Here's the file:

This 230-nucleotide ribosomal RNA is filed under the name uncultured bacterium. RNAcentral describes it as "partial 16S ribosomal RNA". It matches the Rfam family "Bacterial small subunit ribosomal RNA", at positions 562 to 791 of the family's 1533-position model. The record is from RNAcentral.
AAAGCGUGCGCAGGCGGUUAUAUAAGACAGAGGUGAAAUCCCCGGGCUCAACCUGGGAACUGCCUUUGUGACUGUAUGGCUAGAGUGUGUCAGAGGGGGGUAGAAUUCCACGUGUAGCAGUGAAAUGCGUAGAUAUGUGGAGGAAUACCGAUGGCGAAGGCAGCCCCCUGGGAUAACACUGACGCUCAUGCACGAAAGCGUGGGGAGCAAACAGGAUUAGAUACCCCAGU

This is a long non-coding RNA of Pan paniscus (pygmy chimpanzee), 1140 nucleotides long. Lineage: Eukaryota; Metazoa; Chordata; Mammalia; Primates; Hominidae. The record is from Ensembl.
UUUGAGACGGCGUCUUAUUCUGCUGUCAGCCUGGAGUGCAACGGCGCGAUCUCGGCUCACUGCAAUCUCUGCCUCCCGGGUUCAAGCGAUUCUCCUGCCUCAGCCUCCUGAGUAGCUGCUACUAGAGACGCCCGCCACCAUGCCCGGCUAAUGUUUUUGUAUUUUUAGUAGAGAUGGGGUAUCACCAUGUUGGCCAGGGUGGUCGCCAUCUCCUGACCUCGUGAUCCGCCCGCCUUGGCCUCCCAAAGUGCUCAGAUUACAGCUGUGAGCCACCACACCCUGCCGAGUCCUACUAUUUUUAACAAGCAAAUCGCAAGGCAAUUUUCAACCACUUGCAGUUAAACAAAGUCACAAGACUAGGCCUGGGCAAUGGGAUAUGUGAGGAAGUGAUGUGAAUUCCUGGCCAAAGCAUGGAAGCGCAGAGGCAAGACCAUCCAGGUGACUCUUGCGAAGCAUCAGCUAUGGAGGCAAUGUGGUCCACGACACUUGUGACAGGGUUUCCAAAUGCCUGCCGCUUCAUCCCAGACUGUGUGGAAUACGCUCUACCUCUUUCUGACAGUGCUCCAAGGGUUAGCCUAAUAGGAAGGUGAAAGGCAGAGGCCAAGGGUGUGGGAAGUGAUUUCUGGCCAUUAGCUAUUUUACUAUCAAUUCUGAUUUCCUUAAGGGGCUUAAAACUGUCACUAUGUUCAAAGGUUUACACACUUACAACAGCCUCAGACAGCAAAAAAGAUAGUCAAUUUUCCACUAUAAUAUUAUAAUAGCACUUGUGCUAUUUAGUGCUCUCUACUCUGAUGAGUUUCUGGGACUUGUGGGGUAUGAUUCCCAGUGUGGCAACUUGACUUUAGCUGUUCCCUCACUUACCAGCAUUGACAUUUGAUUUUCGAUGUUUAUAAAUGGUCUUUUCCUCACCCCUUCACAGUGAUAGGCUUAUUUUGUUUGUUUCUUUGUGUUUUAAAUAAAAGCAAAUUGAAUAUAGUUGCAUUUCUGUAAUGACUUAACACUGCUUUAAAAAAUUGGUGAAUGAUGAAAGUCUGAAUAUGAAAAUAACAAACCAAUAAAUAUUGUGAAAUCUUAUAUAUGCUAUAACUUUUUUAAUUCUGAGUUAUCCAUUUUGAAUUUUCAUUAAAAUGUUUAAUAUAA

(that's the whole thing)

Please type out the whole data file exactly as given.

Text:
This 230-nucleotide ribosomal RNA is filed under the name uncultured bacterium. RNAcentral describes it as "partial 16S ribosomal RNA". It matches the Rfam family "Bacterial small subunit ribosomal RNA", at positions 562 to 791 of the family's 1533-position model. The record is from RNAcentral.
AAAGCGUGCGCAGGCGGUUAUAUAAGACAGAGGUGAAAUCCCCGGGCUCAACCUGGGAACUGCCUUUGUGACUGUAUGGCUAGAGUGUGUCAGAGGGGGGUAGAAUUCCACGUGUAGCAGUGAAAUGCGUAGAUAUGUGGAGGAAUACCGAUGGCGAAGGCAGCCCCCUGGGAUAACACUGACGCUCAUGCACGAAAGCGUGGGGAGCAAACAGGAUUAGAUACCCCAGU

This is a long non-coding RNA of Pan paniscus (pygmy chimpanzee), 1140 nucleotides long. Lineage: Eukaryota; Metazoa; Chordata; Mammalia; Primates; Hominidae. The record is from Ensembl.
UUUGAGACGGCGUCUUAUUCUGCUGUCAGCCUGGAGUGCAACGGCGCGAUCUCGGCUCACUGCAAUCUCUGCCUCCCGGGUUCAAGCGAUUCUCCUGCCUCAGCCUCCUGAGUAGCUGCUACUAGAGACGCCCGCCACCAUGCCCGGCUAAUGUUUUUGUAUUUUUAGUAGAGAUGGGGUAUCACCAUGUUGGCCAGGGUGGUCGCCAUCUCCUGACCUCGUGAUCCGCCCGCCUUGGCCUCCCAAAGUGCUCAGAUUACAGCUGUGAGCCACCACACCCUGCCGAGUCCUACUAUUUUUAACAAGCAAAUCGCAAGGCAAUUUUCAACCACUUGCAGUUAAACAAAGUCACAAGACUAGGCCUGGGCAAUGGGAUAUGUGAGGAAGUGAUGUGAAUUCCUGGCCAAAGCAUGGAAGCGCAGAGGCAAGACCAUCCAGGUGACUCUUGCGAAGCAUCAGCUAUGGAGGCAAUGUGGUCCACGACACUUGUGACAGGGUUUCCAAAUGCCUGCCGCUUCAUCCCAGACUGUGUGGAAUACGCUCUACCUCUUUCUGACAGUGCUCCAAGGGUUAGCCUAAUAGGAAGGUGAAAGGCAGAGGCCAAGGGUGUGGGAAGUGAUUUCUGGCCAUUAGCUAUUUUACUAUCAAUUCUGAUUUCCUUAAGGGGCUUAAAACUGUCACUAUGUUCAAAGGUUUACACACUUACAACAGCCUCAGACAGCAAAAAAGAUAGUCAAUUUUCCACUAUAAUAUUAUAAUAGCACUUGUGCUAUUUAGUGCUCUCUACUCUGAUGAGUUUCUGGGACUUGUGGGGUAUGAUUCCCAGUGUGGCAACUUGACUUUAGCUGUUCCCUCACUUACCAGCAUUGACAUUUGAUUUUCGAUGUUUAUAAAUGGUCUUUUCCUCACCCCUUCACAGUGAUAGGCUUAUUUUGUUUGUUUCUUUGUGUUUUAAAUAAAAGCAAAUUGAAUAUAGUUGCAUUUCUGUAAUGACUUAACACUGCUUUAAAAAAUUGGUGAAUGAUGAAAGUCUGAAUAUGAAAAUAACAAACCAAUAAAUAUUGUGAAAUCUUAUAUAUGCUAUAACUUUUUUAAUUCUGAGUUAUCCAUUUUGAAUUUUCAUUAAAAUGUUUAAUAUAA